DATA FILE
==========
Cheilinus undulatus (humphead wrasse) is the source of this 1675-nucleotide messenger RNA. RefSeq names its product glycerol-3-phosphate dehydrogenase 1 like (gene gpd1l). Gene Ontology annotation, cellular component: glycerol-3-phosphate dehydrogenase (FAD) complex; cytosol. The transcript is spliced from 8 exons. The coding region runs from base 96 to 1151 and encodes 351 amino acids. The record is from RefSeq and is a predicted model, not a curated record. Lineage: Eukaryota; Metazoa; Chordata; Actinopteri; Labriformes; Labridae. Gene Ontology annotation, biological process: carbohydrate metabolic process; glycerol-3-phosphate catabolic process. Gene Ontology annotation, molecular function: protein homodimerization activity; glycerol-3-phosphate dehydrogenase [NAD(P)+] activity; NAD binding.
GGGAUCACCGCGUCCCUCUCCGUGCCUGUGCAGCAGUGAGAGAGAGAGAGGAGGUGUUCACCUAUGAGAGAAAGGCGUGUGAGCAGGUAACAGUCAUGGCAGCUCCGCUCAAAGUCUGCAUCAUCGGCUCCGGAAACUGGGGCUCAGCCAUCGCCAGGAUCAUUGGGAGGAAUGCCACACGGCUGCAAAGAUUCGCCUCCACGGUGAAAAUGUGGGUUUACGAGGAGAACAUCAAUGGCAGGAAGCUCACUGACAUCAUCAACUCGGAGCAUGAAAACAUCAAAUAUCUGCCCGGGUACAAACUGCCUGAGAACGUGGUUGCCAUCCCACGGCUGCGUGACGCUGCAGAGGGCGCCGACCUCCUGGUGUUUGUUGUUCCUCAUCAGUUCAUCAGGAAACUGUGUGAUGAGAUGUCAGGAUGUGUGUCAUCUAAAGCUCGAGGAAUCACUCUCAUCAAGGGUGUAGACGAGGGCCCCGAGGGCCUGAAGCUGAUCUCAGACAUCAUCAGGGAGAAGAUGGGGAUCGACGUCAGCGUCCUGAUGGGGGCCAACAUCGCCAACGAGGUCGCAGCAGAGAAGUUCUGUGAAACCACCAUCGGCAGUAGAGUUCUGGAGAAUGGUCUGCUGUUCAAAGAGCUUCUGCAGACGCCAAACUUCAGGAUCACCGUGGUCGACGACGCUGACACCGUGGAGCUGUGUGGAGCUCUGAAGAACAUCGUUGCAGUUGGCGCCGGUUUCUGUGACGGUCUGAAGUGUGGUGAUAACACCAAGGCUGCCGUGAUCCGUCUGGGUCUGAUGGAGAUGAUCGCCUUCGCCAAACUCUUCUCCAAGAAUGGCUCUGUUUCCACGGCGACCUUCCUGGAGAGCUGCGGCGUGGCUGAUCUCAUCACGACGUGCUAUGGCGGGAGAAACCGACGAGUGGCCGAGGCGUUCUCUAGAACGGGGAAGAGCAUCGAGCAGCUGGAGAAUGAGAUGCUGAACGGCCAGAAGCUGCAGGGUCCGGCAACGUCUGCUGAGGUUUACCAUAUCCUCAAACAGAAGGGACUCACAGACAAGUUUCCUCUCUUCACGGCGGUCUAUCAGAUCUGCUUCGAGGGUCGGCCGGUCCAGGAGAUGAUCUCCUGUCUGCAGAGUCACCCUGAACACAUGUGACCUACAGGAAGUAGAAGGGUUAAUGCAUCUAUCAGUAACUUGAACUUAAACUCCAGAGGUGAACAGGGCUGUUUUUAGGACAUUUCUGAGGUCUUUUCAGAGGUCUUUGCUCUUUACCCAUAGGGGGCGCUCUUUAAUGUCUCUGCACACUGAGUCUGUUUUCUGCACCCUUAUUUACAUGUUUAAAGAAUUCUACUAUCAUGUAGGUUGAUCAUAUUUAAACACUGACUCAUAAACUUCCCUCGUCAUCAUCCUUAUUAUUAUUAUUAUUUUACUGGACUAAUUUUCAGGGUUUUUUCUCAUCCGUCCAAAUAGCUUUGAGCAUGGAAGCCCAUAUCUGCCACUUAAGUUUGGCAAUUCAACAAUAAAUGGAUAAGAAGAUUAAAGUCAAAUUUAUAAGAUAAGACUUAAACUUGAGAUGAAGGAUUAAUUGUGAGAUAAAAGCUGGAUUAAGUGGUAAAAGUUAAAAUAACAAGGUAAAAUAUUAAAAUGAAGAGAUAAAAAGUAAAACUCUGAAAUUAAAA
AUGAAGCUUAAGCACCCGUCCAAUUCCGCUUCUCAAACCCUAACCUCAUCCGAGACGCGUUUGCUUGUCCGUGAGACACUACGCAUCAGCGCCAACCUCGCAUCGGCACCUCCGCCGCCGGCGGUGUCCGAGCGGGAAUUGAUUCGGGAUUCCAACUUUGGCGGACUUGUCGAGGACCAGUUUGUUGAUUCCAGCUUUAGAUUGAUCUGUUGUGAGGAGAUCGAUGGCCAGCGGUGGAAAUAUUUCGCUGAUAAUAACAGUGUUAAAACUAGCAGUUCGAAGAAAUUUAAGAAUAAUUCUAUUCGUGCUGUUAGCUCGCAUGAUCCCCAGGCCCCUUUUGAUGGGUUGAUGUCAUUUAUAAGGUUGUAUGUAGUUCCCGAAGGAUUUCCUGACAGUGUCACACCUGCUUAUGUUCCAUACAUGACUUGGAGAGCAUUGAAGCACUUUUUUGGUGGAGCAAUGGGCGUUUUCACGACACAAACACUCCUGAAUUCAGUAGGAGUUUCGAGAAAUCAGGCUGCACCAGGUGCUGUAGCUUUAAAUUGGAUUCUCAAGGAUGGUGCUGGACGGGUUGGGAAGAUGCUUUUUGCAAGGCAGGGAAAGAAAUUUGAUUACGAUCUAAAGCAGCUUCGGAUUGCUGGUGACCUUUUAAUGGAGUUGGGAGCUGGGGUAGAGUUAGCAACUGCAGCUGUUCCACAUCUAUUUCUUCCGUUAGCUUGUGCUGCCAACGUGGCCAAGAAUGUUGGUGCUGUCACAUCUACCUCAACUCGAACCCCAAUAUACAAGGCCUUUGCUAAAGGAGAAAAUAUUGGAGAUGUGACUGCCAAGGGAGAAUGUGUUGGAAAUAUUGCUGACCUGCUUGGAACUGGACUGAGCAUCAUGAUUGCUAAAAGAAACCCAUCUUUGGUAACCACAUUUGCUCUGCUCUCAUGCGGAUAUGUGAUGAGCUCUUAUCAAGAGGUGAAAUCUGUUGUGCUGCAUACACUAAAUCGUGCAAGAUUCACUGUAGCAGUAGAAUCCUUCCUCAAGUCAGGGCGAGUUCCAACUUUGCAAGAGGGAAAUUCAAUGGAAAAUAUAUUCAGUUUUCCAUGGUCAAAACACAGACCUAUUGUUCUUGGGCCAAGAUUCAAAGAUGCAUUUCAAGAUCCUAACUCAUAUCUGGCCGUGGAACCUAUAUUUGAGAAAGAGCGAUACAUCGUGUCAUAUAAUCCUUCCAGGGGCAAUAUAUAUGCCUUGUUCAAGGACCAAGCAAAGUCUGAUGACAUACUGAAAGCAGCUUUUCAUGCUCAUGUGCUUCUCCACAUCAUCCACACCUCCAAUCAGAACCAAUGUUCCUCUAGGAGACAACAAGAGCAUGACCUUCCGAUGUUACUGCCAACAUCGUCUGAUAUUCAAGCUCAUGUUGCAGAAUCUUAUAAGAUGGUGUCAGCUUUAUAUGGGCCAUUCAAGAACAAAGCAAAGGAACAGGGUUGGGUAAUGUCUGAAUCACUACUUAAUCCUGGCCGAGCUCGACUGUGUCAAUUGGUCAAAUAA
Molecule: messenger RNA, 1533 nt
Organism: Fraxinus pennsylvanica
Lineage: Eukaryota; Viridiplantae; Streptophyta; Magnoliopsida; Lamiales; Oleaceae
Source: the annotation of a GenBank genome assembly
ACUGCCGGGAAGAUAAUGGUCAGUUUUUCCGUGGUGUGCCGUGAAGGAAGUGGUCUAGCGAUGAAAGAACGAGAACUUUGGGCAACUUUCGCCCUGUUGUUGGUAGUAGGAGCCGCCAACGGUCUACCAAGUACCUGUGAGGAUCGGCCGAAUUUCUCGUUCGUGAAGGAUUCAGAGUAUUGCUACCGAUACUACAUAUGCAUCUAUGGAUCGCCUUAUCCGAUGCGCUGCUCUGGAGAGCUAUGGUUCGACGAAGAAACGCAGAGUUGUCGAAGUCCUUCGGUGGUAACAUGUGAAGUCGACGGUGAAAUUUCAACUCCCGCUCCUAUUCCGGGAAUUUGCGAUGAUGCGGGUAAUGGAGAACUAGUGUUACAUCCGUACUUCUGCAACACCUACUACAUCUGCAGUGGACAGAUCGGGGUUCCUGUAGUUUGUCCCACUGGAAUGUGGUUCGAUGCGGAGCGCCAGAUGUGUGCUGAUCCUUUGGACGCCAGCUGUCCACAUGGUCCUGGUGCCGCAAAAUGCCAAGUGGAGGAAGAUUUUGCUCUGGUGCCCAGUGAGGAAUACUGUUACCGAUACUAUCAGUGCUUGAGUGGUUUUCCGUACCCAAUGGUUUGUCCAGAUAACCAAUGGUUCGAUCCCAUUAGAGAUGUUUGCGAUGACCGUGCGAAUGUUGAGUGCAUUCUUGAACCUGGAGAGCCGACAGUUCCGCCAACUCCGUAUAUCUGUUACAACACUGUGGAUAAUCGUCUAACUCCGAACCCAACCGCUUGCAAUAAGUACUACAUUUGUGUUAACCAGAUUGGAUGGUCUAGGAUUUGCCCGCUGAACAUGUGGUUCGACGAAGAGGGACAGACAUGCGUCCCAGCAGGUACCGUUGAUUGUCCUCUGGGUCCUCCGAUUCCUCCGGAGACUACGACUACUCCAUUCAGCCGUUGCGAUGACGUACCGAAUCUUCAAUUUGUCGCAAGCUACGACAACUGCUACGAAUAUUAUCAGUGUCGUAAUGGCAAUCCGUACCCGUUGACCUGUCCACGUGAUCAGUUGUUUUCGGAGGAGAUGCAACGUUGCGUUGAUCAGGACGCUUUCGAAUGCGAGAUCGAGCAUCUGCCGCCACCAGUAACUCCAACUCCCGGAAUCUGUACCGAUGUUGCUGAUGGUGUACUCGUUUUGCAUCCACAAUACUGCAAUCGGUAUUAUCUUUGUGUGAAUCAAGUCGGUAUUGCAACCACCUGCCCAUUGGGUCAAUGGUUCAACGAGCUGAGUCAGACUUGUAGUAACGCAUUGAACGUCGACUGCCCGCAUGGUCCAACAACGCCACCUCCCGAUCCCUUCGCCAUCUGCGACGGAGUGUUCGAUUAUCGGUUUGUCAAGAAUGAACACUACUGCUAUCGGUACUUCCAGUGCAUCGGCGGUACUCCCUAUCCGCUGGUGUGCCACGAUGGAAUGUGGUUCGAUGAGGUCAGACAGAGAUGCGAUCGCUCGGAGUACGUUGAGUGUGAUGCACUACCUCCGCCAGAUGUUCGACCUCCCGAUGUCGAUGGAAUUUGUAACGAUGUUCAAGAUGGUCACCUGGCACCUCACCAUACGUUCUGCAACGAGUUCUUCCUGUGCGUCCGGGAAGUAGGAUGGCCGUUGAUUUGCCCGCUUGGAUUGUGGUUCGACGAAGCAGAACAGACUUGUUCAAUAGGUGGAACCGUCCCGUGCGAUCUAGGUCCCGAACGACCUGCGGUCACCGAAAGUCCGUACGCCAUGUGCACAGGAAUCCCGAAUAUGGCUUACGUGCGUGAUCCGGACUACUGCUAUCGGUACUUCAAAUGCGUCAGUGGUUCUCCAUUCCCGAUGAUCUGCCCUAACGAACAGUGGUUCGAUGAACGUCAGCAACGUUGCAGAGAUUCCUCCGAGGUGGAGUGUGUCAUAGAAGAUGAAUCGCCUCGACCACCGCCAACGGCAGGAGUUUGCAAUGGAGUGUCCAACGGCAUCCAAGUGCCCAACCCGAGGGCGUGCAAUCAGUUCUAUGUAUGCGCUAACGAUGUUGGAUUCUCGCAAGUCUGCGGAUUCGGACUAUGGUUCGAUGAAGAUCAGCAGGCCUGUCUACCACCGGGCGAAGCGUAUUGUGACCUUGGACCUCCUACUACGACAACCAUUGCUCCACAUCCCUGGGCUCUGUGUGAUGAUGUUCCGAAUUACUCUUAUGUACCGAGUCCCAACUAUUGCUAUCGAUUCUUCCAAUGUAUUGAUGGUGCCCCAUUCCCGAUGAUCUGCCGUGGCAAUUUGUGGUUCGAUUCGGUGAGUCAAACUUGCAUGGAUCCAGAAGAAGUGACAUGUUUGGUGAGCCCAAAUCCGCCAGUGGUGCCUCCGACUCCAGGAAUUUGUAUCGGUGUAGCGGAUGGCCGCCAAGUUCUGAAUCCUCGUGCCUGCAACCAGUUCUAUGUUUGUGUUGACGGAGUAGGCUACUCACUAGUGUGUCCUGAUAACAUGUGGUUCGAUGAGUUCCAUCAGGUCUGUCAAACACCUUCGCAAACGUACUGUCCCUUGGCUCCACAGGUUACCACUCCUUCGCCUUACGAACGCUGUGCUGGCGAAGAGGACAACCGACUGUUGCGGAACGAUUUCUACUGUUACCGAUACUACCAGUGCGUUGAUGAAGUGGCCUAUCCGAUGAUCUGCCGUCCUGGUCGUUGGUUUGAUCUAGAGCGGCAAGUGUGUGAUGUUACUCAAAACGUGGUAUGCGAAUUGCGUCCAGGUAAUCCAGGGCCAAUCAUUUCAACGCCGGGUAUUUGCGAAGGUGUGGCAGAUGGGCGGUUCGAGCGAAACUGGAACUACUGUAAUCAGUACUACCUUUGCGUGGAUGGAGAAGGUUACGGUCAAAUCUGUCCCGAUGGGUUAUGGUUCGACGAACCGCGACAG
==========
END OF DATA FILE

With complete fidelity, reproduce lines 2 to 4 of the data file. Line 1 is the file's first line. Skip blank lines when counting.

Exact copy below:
GGGAUCACCGCGUCCCUCUCCGUGCCUGUGCAGCAGUGAGAGAGAGAGAGGAGGUGUUCACCUAUGAGAGAAAGGCGUGUGAGCAGGUAACAGUCAUGGCAGCUCCGCUCAAAGUCUGCAUCAUCGGCUCCGGAAACUGGGGCUCAGCCAUCGCCAGGAUCAUUGGGAGGAAUGCCACACGGCUGCAAAGAUUCGCCUCCACGGUGAAAAUGUGGGUUUACGAGGAGAACAUCAAUGGCAGGAAGCUCACUGACAUCAUCAACUCGGAGCAUGAAAACAUCAAAUAUCUGCCCGGGUACAAACUGCCUGAGAACGUGGUUGCCAUCCCACGGCUGCGUGACGCUGCAGAGGGCGCCGACCUCCUGGUGUUUGUUGUUCCUCAUCAGUUCAUCAGGAAACUGUGUGAUGAGAUGUCAGGAUGUGUGUCAUCUAAAGCUCGAGGAAUCACUCUCAUCAAGGGUGUAGACGAGGGCCCCGAGGGCCUGAAGCUGAUCUCAGACAUCAUCAGGGAGAAGAUGGGGAUCGACGUCAGCGUCCUGAUGGGGGCCAACAUCGCCAACGAGGUCGCAGCAGAGAAGUUCUGUGAAACCACCAUCGGCAGUAGAGUUCUGGAGAAUGGUCUGCUGUUCAAAGAGCUUCUGCAGACGCCAAACUUCAGGAUCACCGUGGUCGACGACGCUGACACCGUGGAGCUGUGUGGAGCUCUGAAGAACAUCGUUGCAGUUGGCGCCGGUUUCUGUGACGGUCUGAAGUGUGGUGAUAACACCAAGGCUGCCGUGAUCCGUCUGGGUCUGAUGGAGAUGAUCGCCUUCGCCAAACUCUUCUCCAAGAAUGGCUCUGUUUCCACGGCGACCUUCCUGGAGAGCUGCGGCGUGGCUGAUCUCAUCACGACGUGCUAUGGCGGGAGAAACCGACGAGUGGCCGAGGCGUUCUCUAGAACGGGGAAGAGCAUCGAGCAGCUGGAGAAUGAGAUGCUGAACGGCCAGAAGCUGCAGGGUCCGGCAACGUCUGCUGAGGUUUACCAUAUCCUCAAACAGAAGGGACUCACAGACAAGUUUCCUCUCUUCACGGCGGUCUAUCAGAUCUGCUUCGAGGGUCGGCCGGUCCAGGAGAUGAUCUCCUGUCUGCAGAGUCACCCUGAACACAUGUGACCUACAGGAAGUAGAAGGGUUAAUGCAUCUAUCAGUAACUUGAACUUAAACUCCAGAGGUGAACAGGGCUGUUUUUAGGACAUUUCUGAGGUCUUUUCAGAGGUCUUUGCUCUUUACCCAUAGGGGGCGCUCUUUAAUGUCUCUGCACACUGAGUCUGUUUUCUGCACCCUUAUUUACAUGUUUAAAGAAUUCUACUAUCAUGUAGGUUGAUCAUAUUUAAACACUGACUCAUAAACUUCCCUCGUCAUCAUCCUUAUUAUUAUUAUUAUUUUACUGGACUAAUUUUCAGGGUUUUUUCUCAUCCGUCCAAAUAGCUUUGAGCAUGGAAGCCCAUAUCUGCCACUUAAGUUUGGCAAUUCAACAAUAAAUGGAUAAGAAGAUUAAAGUCAAAUUUAUAAGAUAAGACUUAAACUUGAGAUGAAGGAUUAAUUGUGAGAUAAAAGCUGGAUUAAGUGGUAAAAGUUAAAAUAACAAGGUAAAAUAUUAAAAUGAAGAGAUAAAAAGUAAAACUCUGAAAUUAAAA
AUGAAGCUUAAGCACCCGUCCAAUUCCGCUUCUCAAACCCUAACCUCAUCCGAGACGCGUUUGCUUGUCCGUGAGACACUACGCAUCAGCGCCAACCUCGCAUCGGCACCUCCGCCGCCGGCGGUGUCCGAGCGGGAAUUGAUUCGGGAUUCCAACUUUGGCGGACUUGUCGAGGACCAGUUUGUUGAUUCCAGCUUUAGAUUGAUCUGUUGUGAGGAGAUCGAUGGCCAGCGGUGGAAAUAUUUCGCUGAUAAUAACAGUGUUAAAACUAGCAGUUCGAAGAAAUUUAAGAAUAAUUCUAUUCGUGCUGUUAGCUCGCAUGAUCCCCAGGCCCCUUUUGAUGGGUUGAUGUCAUUUAUAAGGUUGUAUGUAGUUCCCGAAGGAUUUCCUGACAGUGUCACACCUGCUUAUGUUCCAUACAUGACUUGGAGAGCAUUGAAGCACUUUUUUGGUGGAGCAAUGGGCGUUUUCACGACACAAACACUCCUGAAUUCAGUAGGAGUUUCGAGAAAUCAGGCUGCACCAGGUGCUGUAGCUUUAAAUUGGAUUCUCAAGGAUGGUGCUGGACGGGUUGGGAAGAUGCUUUUUGCAAGGCAGGGAAAGAAAUUUGAUUACGAUCUAAAGCAGCUUCGGAUUGCUGGUGACCUUUUAAUGGAGUUGGGAGCUGGGGUAGAGUUAGCAACUGCAGCUGUUCCACAUCUAUUUCUUCCGUUAGCUUGUGCUGCCAACGUGGCCAAGAAUGUUGGUGCUGUCACAUCUACCUCAACUCGAACCCCAAUAUACAAGGCCUUUGCUAAAGGAGAAAAUAUUGGAGAUGUGACUGCCAAGGGAGAAUGUGUUGGAAAUAUUGCUGACCUGCUUGGAACUGGACUGAGCAUCAUGAUUGCUAAAAGAAACCCAUCUUUGGUAACCACAUUUGCUCUGCUCUCAUGCGGAUAUGUGAUGAGCUCUUAUCAAGAGGUGAAAUCUGUUGUGCUGCAUACACUAAAUCGUGCAAGAUUCACUGUAGCAGUAGAAUCCUUCCUCAAGUCAGGGCGAGUUCCAACUUUGCAAGAGGGAAAUUCAAUGGAAAAUAUAUUCAGUUUUCCAUGGUCAAAACACAGACCUAUUGUUCUUGGGCCAAGAUUCAAAGAUGCAUUUCAAGAUCCUAACUCAUAUCUGGCCGUGGAACCUAUAUUUGAGAAAGAGCGAUACAUCGUGUCAUAUAAUCCUUCCAGGGGCAAUAUAUAUGCCUUGUUCAAGGACCAAGCAAAGUCUGAUGACAUACUGAAAGCAGCUUUUCAUGCUCAUGUGCUUCUCCACAUCAUCCACACCUCCAAUCAGAACCAAUGUUCCUCUAGGAGACAACAAGAGCAUGACCUUCCGAUGUUACUGCCAACAUCGUCUGAUAUUCAAGCUCAUGUUGCAGAAUCUUAUAAGAUGGUGUCAGCUUUAUAUGGGCCAUUCAAGAACAAAGCAAAGGAACAGGGUUGGGUAAUGUCUGAAUCACUACUUAAUCCUGGCCGAGCUCGACUGUGUCAAUUGGUCAAAUAA
Molecule: messenger RNA, 1533 nt